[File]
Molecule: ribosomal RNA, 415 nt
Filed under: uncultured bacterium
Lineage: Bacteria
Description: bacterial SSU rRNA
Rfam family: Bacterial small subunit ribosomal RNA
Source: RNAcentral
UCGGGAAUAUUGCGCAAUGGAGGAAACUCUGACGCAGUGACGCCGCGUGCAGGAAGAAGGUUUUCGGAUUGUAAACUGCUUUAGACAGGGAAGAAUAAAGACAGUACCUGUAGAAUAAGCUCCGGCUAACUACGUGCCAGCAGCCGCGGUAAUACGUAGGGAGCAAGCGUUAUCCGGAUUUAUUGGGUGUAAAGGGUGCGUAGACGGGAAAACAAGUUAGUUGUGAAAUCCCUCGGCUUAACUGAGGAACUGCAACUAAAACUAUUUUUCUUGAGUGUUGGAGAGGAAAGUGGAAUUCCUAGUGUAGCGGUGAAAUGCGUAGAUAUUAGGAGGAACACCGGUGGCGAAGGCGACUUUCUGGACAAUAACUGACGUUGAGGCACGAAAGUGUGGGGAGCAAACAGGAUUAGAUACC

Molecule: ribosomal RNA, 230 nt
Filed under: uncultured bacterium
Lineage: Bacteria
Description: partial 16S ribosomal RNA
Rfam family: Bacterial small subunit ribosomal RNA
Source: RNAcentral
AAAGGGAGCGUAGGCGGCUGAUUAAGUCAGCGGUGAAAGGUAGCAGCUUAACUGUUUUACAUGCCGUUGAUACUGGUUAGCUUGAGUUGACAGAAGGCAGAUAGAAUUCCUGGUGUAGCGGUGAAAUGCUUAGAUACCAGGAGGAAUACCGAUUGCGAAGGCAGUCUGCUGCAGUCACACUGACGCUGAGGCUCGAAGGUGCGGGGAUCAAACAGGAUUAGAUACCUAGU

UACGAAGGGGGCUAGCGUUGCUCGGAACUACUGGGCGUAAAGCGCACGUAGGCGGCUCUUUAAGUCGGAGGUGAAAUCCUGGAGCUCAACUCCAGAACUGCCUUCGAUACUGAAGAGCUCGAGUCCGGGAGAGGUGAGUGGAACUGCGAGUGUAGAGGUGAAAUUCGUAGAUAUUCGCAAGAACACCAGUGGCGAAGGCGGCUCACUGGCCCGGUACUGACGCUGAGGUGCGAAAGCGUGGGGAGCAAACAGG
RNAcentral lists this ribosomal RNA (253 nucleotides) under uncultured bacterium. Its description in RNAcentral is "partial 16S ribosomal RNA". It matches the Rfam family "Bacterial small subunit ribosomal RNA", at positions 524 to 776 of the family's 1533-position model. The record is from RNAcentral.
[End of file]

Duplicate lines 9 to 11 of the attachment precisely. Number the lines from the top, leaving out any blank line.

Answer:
Filed under: uncultured bacterium
Lineage: Bacteria
Description: partial 16S ribosomal RNA